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Goldman Sachs sees iPhone sales tanking 36%, says sell AAPL shares

Apple's iPhone 11 and iPhone 11 Pro may need to make it a few extra months, if the "iPhone 12" is later than expected

Veering on the side of caution, investment bank Goldman Sachs said Friday it's cutting its rating and price target on shares of Apple amid mounting uncertainty over the impact of COVID-19 on near-term consumer spending on items such as iPhones.

In a note to investors, analyst Rod Hall cited a variety of risks factors that he believes may ultimately weigh on the iPhone maker, including the a lack of international travel to facilitate timely product launches and a looming recession with an unpredictable trajectory of recovery, all induced by the coronavirus pandemic.

"After two further GDP growth cuts from the GS Economics team and with much of the world in lockdown we are downgrading our rating to sell and reducing our Apple forecasts for a third time since February 17," he wrote.

Hall is now modeling a much sharper reduction in iPhone unit demand through mid-2020 with his view that a recovery will be shallow heading into 2021. The analyst also expressed concerns that the "iPhone 12" could see delays due to international travel restrictions, which could further impact Apple's financial perspectives.

"Limited global travel at this crucial point in Apple's 2020 iPhone final engineering and production process could result in a delayed launch this year," he said.

Meanwhile, Hall also predicts the macro economic situation could lead to stagnant Services growth in 2021 as consumers pull back on discretionary spending.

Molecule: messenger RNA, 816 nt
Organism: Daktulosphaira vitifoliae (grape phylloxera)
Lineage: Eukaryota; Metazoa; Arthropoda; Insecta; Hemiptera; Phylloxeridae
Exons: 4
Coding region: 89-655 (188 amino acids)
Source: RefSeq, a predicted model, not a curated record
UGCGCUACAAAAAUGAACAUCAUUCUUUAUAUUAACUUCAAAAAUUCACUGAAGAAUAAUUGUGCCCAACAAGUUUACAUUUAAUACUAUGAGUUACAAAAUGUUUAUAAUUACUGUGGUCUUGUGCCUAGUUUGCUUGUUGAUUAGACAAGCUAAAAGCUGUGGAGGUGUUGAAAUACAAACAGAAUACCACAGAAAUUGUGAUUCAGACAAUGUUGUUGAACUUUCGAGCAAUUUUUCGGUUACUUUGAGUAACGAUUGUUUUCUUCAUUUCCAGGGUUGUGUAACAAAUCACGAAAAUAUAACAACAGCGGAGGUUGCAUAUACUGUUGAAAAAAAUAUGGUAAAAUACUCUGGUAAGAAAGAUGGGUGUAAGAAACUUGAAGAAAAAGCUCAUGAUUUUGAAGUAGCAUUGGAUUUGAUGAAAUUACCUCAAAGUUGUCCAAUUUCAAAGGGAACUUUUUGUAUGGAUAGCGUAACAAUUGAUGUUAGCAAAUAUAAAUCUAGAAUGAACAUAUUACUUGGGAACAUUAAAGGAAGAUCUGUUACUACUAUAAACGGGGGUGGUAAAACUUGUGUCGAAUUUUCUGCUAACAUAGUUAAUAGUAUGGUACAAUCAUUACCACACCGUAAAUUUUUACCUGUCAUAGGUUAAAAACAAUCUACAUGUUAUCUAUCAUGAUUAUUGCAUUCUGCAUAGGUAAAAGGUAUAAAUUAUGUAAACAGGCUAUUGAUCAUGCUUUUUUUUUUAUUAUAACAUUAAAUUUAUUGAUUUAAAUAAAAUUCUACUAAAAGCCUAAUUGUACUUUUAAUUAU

"We also assume some lingering ASP weakness as consumers look to economize similar to what we have seen in prior downturns," he said. "In addition to this we believe that Services growth slows substantially in 2021 and that Services as a percentage of revenue actually stagnates in that year."

All said, Goldman is now modeling for a 36% decline in iPhone unit demand during the third quarter and a 24% decline in the first half of calendar year 2020.

"Ultimately, we believe Apple is a mature cyclical company that is likely to trade in a calls range relative to the broader market," he said. "Because of that our view tends to be increasingly positive when we believe consensus earnings expectations for the company are overly pessimistic on a 24- month basis."

Hall cut his rating on shares of AAPL to "sell" from "neutral" while guiding down his twelve-month price target to $233 from $250. It's the analyst's third consecutive cut on the company's shares since February 17.

The downgrade on Apple to a sell rating is also the first from a major investment bank in recent times. In a surprising return to its Wall Street "darling" status, Apple shares had surged some 130% in the twelve months leading up to the COVID-19 crisis with many firms playing a constant game of catchup when it came to setting new target projections.

Shares of Apple were trading at $284.20 pre-market on the NASDAQ. This follows upbeat, after-hours comments from Apple CEO Tim Cook on Thursday regarding a gradual return to retail operations.